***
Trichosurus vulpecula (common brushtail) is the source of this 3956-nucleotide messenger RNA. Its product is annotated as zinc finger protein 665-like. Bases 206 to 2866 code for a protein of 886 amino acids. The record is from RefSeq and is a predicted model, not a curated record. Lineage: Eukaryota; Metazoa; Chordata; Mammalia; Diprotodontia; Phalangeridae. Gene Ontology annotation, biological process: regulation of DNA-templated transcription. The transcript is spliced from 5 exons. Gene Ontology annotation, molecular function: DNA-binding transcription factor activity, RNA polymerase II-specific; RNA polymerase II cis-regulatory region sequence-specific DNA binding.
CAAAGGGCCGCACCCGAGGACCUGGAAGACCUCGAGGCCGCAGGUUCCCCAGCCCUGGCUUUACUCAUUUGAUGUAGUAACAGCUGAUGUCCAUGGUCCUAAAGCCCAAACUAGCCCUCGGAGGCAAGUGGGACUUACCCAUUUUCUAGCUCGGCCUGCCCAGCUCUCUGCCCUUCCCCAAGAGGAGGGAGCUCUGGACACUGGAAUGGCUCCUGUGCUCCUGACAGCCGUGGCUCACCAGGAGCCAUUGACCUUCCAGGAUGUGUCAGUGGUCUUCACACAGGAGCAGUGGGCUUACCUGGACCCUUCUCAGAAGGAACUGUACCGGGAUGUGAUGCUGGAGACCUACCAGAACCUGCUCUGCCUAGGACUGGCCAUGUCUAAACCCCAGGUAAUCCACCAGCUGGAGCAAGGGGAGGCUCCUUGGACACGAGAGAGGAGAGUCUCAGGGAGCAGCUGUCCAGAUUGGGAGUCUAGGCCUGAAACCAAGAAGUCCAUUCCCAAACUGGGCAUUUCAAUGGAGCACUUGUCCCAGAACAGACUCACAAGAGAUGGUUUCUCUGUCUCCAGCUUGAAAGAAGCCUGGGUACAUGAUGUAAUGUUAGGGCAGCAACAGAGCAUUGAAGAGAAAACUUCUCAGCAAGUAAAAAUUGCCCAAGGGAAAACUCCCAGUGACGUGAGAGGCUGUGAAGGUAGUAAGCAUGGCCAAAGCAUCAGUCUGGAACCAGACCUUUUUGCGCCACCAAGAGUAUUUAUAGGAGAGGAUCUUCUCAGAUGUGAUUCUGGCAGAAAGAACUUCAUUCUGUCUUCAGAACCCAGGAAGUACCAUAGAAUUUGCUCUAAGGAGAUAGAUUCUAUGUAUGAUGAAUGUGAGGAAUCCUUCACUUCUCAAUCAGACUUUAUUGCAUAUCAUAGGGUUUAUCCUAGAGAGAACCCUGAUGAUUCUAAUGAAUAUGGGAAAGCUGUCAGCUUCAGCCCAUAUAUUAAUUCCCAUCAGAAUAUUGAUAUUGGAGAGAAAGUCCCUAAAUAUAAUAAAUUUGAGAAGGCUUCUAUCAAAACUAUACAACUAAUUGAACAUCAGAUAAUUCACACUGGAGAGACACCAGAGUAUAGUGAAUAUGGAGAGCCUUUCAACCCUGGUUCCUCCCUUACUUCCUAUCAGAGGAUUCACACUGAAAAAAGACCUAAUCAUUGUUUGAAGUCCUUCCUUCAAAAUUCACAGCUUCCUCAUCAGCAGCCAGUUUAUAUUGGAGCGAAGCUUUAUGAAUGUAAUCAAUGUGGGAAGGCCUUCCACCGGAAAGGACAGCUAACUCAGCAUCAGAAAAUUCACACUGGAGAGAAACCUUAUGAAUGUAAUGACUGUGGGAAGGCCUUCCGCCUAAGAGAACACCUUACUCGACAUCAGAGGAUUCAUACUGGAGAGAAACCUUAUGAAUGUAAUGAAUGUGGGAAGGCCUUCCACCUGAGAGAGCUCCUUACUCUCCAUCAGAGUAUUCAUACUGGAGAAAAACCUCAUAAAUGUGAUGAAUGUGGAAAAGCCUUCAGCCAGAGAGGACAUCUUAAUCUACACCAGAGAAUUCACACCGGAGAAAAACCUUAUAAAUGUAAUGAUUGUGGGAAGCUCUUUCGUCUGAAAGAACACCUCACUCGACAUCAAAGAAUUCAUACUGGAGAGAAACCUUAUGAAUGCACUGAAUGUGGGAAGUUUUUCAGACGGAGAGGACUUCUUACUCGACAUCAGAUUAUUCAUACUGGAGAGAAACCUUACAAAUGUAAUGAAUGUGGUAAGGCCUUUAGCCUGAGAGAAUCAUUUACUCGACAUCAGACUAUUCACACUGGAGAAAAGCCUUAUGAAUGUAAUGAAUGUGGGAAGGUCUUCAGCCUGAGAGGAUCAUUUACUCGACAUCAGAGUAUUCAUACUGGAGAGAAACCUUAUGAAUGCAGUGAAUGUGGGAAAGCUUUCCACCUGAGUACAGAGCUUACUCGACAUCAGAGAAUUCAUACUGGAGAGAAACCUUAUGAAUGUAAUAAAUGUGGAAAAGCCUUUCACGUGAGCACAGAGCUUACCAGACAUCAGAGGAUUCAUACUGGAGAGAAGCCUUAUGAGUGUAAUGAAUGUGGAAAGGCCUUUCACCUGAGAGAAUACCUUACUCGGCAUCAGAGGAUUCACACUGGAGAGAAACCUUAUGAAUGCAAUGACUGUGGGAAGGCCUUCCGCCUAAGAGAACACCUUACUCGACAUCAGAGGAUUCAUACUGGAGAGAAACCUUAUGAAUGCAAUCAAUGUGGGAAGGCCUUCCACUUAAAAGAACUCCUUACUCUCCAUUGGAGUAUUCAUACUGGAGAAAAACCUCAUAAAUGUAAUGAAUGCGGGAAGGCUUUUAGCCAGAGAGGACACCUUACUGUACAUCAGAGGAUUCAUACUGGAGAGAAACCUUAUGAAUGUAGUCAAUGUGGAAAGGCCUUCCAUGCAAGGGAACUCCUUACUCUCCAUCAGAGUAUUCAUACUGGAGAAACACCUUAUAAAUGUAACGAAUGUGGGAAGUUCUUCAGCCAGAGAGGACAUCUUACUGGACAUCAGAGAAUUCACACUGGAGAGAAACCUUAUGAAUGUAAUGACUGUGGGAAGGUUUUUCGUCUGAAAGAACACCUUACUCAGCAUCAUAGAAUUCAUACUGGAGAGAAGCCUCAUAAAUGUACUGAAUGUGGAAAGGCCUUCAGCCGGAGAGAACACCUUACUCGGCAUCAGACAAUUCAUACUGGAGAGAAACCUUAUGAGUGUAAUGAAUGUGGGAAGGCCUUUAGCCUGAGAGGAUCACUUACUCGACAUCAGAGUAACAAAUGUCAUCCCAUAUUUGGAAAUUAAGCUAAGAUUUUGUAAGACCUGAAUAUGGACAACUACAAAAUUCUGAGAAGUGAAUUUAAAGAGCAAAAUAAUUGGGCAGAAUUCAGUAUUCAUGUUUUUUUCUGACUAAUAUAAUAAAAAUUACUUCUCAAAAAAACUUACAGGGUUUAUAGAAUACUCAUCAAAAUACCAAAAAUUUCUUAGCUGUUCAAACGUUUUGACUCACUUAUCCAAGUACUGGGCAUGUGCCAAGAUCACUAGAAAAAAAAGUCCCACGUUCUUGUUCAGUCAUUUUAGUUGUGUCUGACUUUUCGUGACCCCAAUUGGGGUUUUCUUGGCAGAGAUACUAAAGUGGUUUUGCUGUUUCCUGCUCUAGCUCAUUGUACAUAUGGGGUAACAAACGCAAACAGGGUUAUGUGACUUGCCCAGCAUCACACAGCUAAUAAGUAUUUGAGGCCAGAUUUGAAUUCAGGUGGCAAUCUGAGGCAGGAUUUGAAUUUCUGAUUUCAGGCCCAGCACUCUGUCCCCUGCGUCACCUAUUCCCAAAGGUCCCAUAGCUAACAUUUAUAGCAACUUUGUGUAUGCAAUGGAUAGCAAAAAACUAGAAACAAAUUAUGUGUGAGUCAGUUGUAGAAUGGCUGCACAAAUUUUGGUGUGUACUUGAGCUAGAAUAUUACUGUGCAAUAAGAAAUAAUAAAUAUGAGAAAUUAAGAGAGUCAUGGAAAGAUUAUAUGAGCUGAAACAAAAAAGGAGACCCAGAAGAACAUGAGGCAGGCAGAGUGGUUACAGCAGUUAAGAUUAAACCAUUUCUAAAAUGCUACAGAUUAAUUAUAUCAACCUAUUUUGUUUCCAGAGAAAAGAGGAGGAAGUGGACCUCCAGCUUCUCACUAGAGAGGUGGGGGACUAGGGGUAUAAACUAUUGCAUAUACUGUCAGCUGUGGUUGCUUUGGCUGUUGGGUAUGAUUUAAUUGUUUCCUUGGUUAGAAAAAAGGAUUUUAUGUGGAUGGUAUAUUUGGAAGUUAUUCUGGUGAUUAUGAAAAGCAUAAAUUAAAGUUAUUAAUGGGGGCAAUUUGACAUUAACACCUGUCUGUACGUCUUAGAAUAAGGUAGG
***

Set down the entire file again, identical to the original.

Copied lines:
Trichosurus vulpecula (common brushtail) is the source of this 3956-nucleotide messenger RNA. Its product is annotated as zinc finger protein 665-like. Bases 206 to 2866 code for a protein of 886 amino acids. The record is from RefSeq and is a predicted model, not a curated record. Lineage: Eukaryota; Metazoa; Chordata; Mammalia; Diprotodontia; Phalangeridae. Gene Ontology annotation, biological process: regulation of DNA-templated transcription. The transcript is spliced from 5 exons. Gene Ontology annotation, molecular function: DNA-binding transcription factor activity, RNA polymerase II-specific; RNA polymerase II cis-regulatory region sequence-specific DNA binding.
CAAAGGGCCGCACCCGAGGACCUGGAAGACCUCGAGGCCGCAGGUUCCCCAGCCCUGGCUUUACUCAUUUGAUGUAGUAACAGCUGAUGUCCAUGGUCCUAAAGCCCAAACUAGCCCUCGGAGGCAAGUGGGACUUACCCAUUUUCUAGCUCGGCCUGCCCAGCUCUCUGCCCUUCCCCAAGAGGAGGGAGCUCUGGACACUGGAAUGGCUCCUGUGCUCCUGACAGCCGUGGCUCACCAGGAGCCAUUGACCUUCCAGGAUGUGUCAGUGGUCUUCACACAGGAGCAGUGGGCUUACCUGGACCCUUCUCAGAAGGAACUGUACCGGGAUGUGAUGCUGGAGACCUACCAGAACCUGCUCUGCCUAGGACUGGCCAUGUCUAAACCCCAGGUAAUCCACCAGCUGGAGCAAGGGGAGGCUCCUUGGACACGAGAGAGGAGAGUCUCAGGGAGCAGCUGUCCAGAUUGGGAGUCUAGGCCUGAAACCAAGAAGUCCAUUCCCAAACUGGGCAUUUCAAUGGAGCACUUGUCCCAGAACAGACUCACAAGAGAUGGUUUCUCUGUCUCCAGCUUGAAAGAAGCCUGGGUACAUGAUGUAAUGUUAGGGCAGCAACAGAGCAUUGAAGAGAAAACUUCUCAGCAAGUAAAAAUUGCCCAAGGGAAAACUCCCAGUGACGUGAGAGGCUGUGAAGGUAGUAAGCAUGGCCAAAGCAUCAGUCUGGAACCAGACCUUUUUGCGCCACCAAGAGUAUUUAUAGGAGAGGAUCUUCUCAGAUGUGAUUCUGGCAGAAAGAACUUCAUUCUGUCUUCAGAACCCAGGAAGUACCAUAGAAUUUGCUCUAAGGAGAUAGAUUCUAUGUAUGAUGAAUGUGAGGAAUCCUUCACUUCUCAAUCAGACUUUAUUGCAUAUCAUAGGGUUUAUCCUAGAGAGAACCCUGAUGAUUCUAAUGAAUAUGGGAAAGCUGUCAGCUUCAGCCCAUAUAUUAAUUCCCAUCAGAAUAUUGAUAUUGGAGAGAAAGUCCCUAAAUAUAAUAAAUUUGAGAAGGCUUCUAUCAAAACUAUACAACUAAUUGAACAUCAGAUAAUUCACACUGGAGAGACACCAGAGUAUAGUGAAUAUGGAGAGCCUUUCAACCCUGGUUCCUCCCUUACUUCCUAUCAGAGGAUUCACACUGAAAAAAGACCUAAUCAUUGUUUGAAGUCCUUCCUUCAAAAUUCACAGCUUCCUCAUCAGCAGCCAGUUUAUAUUGGAGCGAAGCUUUAUGAAUGUAAUCAAUGUGGGAAGGCCUUCCACCGGAAAGGACAGCUAACUCAGCAUCAGAAAAUUCACACUGGAGAGAAACCUUAUGAAUGUAAUGACUGUGGGAAGGCCUUCCGCCUAAGAGAACACCUUACUCGACAUCAGAGGAUUCAUACUGGAGAGAAACCUUAUGAAUGUAAUGAAUGUGGGAAGGCCUUCCACCUGAGAGAGCUCCUUACUCUCCAUCAGAGUAUUCAUACUGGAGAAAAACCUCAUAAAUGUGAUGAAUGUGGAAAAGCCUUCAGCCAGAGAGGACAUCUUAAUCUACACCAGAGAAUUCACACCGGAGAAAAACCUUAUAAAUGUAAUGAUUGUGGGAAGCUCUUUCGUCUGAAAGAACACCUCACUCGACAUCAAAGAAUUCAUACUGGAGAGAAACCUUAUGAAUGCACUGAAUGUGGGAAGUUUUUCAGACGGAGAGGACUUCUUACUCGACAUCAGAUUAUUCAUACUGGAGAGAAACCUUACAAAUGUAAUGAAUGUGGUAAGGCCUUUAGCCUGAGAGAAUCAUUUACUCGACAUCAGACUAUUCACACUGGAGAAAAGCCUUAUGAAUGUAAUGAAUGUGGGAAGGUCUUCAGCCUGAGAGGAUCAUUUACUCGACAUCAGAGUAUUCAUACUGGAGAGAAACCUUAUGAAUGCAGUGAAUGUGGGAAAGCUUUCCACCUGAGUACAGAGCUUACUCGACAUCAGAGAAUUCAUACUGGAGAGAAACCUUAUGAAUGUAAUAAAUGUGGAAAAGCCUUUCACGUGAGCACAGAGCUUACCAGACAUCAGAGGAUUCAUACUGGAGAGAAGCCUUAUGAGUGUAAUGAAUGUGGAAAGGCCUUUCACCUGAGAGAAUACCUUACUCGGCAUCAGAGGAUUCACACUGGAGAGAAACCUUAUGAAUGCAAUGACUGUGGGAAGGCCUUCCGCCUAAGAGAACACCUUACUCGACAUCAGAGGAUUCAUACUGGAGAGAAACCUUAUGAAUGCAAUCAAUGUGGGAAGGCCUUCCACUUAAAAGAACUCCUUACUCUCCAUUGGAGUAUUCAUACUGGAGAAAAACCUCAUAAAUGUAAUGAAUGCGGGAAGGCUUUUAGCCAGAGAGGACACCUUACUGUACAUCAGAGGAUUCAUACUGGAGAGAAACCUUAUGAAUGUAGUCAAUGUGGAAAGGCCUUCCAUGCAAGGGAACUCCUUACUCUCCAUCAGAGUAUUCAUACUGGAGAAACACCUUAUAAAUGUAACGAAUGUGGGAAGUUCUUCAGCCAGAGAGGACAUCUUACUGGACAUCAGAGAAUUCACACUGGAGAGAAACCUUAUGAAUGUAAUGACUGUGGGAAGGUUUUUCGUCUGAAAGAACACCUUACUCAGCAUCAUAGAAUUCAUACUGGAGAGAAGCCUCAUAAAUGUACUGAAUGUGGAAAGGCCUUCAGCCGGAGAGAACACCUUACUCGGCAUCAGACAAUUCAUACUGGAGAGAAACCUUAUGAGUGUAAUGAAUGUGGGAAGGCCUUUAGCCUGAGAGGAUCACUUACUCGACAUCAGAGUAACAAAUGUCAUCCCAUAUUUGGAAAUUAAGCUAAGAUUUUGUAAGACCUGAAUAUGGACAACUACAAAAUUCUGAGAAGUGAAUUUAAAGAGCAAAAUAAUUGGGCAGAAUUCAGUAUUCAUGUUUUUUUCUGACUAAUAUAAUAAAAAUUACUUCUCAAAAAAACUUACAGGGUUUAUAGAAUACUCAUCAAAAUACCAAAAAUUUCUUAGCUGUUCAAACGUUUUGACUCACUUAUCCAAGUACUGGGCAUGUGCCAAGAUCACUAGAAAAAAAAGUCCCACGUUCUUGUUCAGUCAUUUUAGUUGUGUCUGACUUUUCGUGACCCCAAUUGGGGUUUUCUUGGCAGAGAUACUAAAGUGGUUUUGCUGUUUCCUGCUCUAGCUCAUUGUACAUAUGGGGUAACAAACGCAAACAGGGUUAUGUGACUUGCCCAGCAUCACACAGCUAAUAAGUAUUUGAGGCCAGAUUUGAAUUCAGGUGGCAAUCUGAGGCAGGAUUUGAAUUUCUGAUUUCAGGCCCAGCACUCUGUCCCCUGCGUCACCUAUUCCCAAAGGUCCCAUAGCUAACAUUUAUAGCAACUUUGUGUAUGCAAUGGAUAGCAAAAAACUAGAAACAAAUUAUGUGUGAGUCAGUUGUAGAAUGGCUGCACAAAUUUUGGUGUGUACUUGAGCUAGAAUAUUACUGUGCAAUAAGAAAUAAUAAAUAUGAGAAAUUAAGAGAGUCAUGGAAAGAUUAUAUGAGCUGAAACAAAAAAGGAGACCCAGAAGAACAUGAGGCAGGCAGAGUGGUUACAGCAGUUAAGAUUAAACCAUUUCUAAAAUGCUACAGAUUAAUUAUAUCAACCUAUUUUGUUUCCAGAGAAAAGAGGAGGAAGUGGACCUCCAGCUUCUCACUAGAGAGGUGGGGGACUAGGGGUAUAAACUAUUGCAUAUACUGUCAGCUGUGGUUGCUUUGGCUGUUGGGUAUGAUUUAAUUGUUUCCUUGGUUAGAAAAAAGGAUUUUAUGUGGAUGGUAUAUUUGGAAGUUAUUCUGGUGAUUAUGAAAAGCAUAAAUUAAAGUUAUUAAUGGGGGCAAUUUGACAUUAACACCUGUCUGUACGUCUUAGAAUAAGGUAGG